Stability and Aggregation of Metal Oxide Nanoparticles in Natural Aqueous Matrices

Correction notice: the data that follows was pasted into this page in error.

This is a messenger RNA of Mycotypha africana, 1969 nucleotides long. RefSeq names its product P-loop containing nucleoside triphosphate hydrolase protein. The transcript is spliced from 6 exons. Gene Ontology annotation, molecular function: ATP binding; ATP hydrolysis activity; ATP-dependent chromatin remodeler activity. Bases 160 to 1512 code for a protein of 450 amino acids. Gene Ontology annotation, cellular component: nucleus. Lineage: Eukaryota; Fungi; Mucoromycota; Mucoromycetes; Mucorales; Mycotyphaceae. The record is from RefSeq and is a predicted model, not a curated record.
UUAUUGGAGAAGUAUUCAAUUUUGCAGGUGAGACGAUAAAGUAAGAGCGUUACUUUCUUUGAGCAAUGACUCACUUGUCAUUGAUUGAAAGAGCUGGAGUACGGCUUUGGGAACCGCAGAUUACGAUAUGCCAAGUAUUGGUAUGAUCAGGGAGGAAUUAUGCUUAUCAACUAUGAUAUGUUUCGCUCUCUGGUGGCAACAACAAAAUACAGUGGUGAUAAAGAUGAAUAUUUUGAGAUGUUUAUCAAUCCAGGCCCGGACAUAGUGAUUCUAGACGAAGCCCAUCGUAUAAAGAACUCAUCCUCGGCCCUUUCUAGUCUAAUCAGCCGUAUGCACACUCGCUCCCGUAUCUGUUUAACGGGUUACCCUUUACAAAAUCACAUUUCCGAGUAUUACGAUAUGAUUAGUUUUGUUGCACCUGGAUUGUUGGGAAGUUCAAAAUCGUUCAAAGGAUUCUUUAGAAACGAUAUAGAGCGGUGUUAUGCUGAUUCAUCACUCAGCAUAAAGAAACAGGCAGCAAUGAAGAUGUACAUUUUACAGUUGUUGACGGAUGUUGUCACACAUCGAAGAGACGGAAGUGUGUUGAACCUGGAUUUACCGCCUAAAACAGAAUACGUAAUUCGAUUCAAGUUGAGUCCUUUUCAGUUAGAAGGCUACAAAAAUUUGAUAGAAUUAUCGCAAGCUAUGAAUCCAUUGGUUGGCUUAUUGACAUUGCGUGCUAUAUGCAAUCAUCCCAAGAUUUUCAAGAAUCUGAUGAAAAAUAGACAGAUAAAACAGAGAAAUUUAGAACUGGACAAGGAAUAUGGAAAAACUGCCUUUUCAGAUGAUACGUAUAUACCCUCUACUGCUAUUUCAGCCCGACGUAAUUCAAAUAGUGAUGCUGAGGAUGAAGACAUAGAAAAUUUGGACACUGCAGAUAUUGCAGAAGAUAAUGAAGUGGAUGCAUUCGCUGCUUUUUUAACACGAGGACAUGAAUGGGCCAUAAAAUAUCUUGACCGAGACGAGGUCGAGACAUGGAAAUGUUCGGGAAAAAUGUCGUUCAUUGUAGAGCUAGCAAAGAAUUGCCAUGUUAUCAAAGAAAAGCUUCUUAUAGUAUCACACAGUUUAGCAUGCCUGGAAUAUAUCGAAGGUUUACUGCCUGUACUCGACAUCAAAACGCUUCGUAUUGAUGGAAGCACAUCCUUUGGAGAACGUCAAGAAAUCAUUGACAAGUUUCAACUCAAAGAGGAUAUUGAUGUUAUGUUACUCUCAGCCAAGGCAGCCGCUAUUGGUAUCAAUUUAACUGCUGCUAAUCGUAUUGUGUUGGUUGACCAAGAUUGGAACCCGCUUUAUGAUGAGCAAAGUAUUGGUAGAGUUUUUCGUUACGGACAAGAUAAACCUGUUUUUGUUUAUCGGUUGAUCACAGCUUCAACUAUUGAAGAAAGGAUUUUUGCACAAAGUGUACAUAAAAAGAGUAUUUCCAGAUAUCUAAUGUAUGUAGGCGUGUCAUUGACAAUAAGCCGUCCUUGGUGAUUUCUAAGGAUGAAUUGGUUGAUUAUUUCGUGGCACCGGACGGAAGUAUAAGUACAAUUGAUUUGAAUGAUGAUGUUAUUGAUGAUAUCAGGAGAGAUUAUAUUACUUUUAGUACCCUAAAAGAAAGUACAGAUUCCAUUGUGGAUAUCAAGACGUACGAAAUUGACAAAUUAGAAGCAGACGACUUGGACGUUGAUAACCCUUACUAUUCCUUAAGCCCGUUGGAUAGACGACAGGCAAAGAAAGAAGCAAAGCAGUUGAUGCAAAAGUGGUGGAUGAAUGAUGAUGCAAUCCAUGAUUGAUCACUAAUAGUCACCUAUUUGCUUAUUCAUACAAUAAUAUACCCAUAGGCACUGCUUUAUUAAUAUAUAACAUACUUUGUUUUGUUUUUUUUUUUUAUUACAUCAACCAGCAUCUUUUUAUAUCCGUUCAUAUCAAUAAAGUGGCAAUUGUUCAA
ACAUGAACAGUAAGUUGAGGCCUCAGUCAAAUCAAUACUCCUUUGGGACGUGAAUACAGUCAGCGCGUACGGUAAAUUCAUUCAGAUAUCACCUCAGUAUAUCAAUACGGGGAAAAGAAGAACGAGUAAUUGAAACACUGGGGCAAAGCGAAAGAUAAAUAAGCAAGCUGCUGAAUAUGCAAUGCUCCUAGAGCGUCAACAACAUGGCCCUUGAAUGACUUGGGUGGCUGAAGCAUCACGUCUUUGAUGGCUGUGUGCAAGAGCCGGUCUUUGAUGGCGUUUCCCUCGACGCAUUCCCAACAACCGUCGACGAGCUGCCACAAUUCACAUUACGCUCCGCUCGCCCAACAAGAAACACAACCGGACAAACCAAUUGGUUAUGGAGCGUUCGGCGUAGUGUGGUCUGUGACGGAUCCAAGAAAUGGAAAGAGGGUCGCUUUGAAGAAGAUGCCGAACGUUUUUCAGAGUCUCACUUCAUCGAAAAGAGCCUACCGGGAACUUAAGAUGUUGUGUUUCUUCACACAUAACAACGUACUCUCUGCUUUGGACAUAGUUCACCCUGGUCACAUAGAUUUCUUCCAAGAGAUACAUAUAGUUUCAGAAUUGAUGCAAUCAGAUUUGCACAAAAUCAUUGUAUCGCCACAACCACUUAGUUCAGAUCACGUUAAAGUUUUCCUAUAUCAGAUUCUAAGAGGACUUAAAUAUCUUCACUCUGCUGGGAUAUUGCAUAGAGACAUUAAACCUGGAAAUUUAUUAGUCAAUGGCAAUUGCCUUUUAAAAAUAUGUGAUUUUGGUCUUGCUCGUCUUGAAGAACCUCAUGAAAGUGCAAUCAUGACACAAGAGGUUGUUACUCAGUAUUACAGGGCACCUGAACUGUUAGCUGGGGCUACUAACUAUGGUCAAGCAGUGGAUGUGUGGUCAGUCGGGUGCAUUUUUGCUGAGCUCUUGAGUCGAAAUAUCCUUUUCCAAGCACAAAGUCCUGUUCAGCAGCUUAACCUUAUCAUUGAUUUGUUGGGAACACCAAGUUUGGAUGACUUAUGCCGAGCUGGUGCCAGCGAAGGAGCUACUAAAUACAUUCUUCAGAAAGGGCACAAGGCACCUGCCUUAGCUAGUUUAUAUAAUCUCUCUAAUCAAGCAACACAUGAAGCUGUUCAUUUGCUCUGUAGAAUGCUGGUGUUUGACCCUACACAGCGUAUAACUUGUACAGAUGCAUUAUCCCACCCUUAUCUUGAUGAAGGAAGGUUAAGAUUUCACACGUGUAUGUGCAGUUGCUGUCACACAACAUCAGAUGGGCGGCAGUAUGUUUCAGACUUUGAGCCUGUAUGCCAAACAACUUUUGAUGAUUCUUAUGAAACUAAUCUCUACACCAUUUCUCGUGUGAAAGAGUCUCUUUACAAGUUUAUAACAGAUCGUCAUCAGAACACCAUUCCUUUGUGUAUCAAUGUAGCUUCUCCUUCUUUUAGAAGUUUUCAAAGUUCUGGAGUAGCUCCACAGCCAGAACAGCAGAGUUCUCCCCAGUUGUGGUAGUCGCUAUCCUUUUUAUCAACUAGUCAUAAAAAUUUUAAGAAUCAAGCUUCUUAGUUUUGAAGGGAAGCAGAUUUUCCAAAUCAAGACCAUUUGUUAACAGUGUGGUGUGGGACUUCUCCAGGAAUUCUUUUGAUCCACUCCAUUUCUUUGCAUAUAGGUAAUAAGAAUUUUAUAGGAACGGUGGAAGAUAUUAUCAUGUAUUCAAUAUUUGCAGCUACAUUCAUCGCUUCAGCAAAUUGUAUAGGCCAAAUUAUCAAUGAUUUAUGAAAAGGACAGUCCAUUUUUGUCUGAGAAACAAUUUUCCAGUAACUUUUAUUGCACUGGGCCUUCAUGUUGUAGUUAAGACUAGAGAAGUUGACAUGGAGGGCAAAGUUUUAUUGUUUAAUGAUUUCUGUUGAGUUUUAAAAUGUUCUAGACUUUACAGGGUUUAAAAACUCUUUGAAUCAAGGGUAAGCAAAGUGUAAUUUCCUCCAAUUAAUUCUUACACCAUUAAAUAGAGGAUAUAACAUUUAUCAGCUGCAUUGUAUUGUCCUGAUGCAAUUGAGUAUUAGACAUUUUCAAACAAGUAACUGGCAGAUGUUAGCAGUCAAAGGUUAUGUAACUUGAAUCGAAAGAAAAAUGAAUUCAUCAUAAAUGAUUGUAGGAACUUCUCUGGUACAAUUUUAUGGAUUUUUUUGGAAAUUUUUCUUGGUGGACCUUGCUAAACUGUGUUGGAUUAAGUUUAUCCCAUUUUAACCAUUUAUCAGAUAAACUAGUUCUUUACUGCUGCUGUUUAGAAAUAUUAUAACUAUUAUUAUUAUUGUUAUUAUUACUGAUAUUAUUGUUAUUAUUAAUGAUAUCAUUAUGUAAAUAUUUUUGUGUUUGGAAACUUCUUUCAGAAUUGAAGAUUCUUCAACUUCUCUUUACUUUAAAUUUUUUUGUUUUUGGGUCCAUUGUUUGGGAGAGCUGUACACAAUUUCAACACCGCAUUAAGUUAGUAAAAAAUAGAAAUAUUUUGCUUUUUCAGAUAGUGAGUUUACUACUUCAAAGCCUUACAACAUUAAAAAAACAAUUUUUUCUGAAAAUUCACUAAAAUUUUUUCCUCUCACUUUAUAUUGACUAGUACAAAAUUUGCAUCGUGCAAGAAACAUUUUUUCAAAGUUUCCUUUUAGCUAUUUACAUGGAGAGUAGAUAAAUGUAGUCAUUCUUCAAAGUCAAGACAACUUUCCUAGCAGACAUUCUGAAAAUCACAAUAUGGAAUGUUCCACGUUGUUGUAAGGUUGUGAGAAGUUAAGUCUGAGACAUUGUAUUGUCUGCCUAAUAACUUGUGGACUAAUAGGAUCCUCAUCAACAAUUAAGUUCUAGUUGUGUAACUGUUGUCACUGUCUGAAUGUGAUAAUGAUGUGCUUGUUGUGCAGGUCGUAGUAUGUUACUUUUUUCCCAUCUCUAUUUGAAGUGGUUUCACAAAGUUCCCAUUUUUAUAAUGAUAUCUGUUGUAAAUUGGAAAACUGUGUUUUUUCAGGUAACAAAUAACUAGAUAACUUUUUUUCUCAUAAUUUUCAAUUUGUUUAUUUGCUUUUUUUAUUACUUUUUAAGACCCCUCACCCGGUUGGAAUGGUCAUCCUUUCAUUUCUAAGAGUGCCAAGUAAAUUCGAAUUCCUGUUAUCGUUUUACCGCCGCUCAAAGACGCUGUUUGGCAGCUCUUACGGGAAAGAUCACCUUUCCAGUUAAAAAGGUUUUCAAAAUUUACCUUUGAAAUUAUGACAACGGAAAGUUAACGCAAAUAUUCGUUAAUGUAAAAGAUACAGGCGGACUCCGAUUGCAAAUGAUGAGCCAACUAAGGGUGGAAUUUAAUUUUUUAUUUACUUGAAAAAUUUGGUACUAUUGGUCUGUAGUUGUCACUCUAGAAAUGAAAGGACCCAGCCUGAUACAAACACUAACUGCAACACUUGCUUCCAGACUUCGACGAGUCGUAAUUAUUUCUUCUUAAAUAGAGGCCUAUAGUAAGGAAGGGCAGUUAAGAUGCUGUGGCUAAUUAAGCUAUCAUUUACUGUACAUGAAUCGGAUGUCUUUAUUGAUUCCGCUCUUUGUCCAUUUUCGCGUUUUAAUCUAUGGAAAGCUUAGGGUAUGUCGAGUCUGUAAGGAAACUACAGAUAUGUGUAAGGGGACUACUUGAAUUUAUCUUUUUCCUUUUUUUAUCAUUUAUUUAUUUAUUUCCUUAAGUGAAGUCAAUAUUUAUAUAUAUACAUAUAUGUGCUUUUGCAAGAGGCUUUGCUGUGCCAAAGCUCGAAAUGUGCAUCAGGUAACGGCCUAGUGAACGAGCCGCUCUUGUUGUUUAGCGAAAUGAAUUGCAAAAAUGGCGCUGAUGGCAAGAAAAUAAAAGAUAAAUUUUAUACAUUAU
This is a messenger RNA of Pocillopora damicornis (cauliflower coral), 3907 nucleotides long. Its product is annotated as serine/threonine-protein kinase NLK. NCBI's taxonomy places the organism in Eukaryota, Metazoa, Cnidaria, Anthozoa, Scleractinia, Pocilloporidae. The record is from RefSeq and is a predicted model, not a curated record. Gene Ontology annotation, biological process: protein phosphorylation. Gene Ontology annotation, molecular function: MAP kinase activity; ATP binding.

There is a pressing need for information on the mobility of nanoparticles in the complex aqueous matrices found in realistic environmental conditions. We dispersed three different metal oxide nanoparticles (TiO<sub>2</sub>, ZnO and CeO<sub>2</sub>) in samples taken from eight different aqueous media associated with seawater, lagoon, river, and groundwater, and measured their electrophoretic mobility, state of aggregation, and rate of sedimentation. The electrophoretic mobility of the particles in a given aqueous media was dominated by the presence of natural organic matter (NOM) and ionic strength, and independent of pH. NOM adsorbed onto these nanoparticles significantly reduces their aggregation, stabilizing them under many conditions. The transition from reaction to diffusion limited aggregation occurs at an electrophoretic mobility from around −2 to −0.8 μm s<sup>−1</sup> V<sup>−1</sup> cm. These results are key for designing and interpreting nanoparticle ecotoxicity studies in various environmental conditions.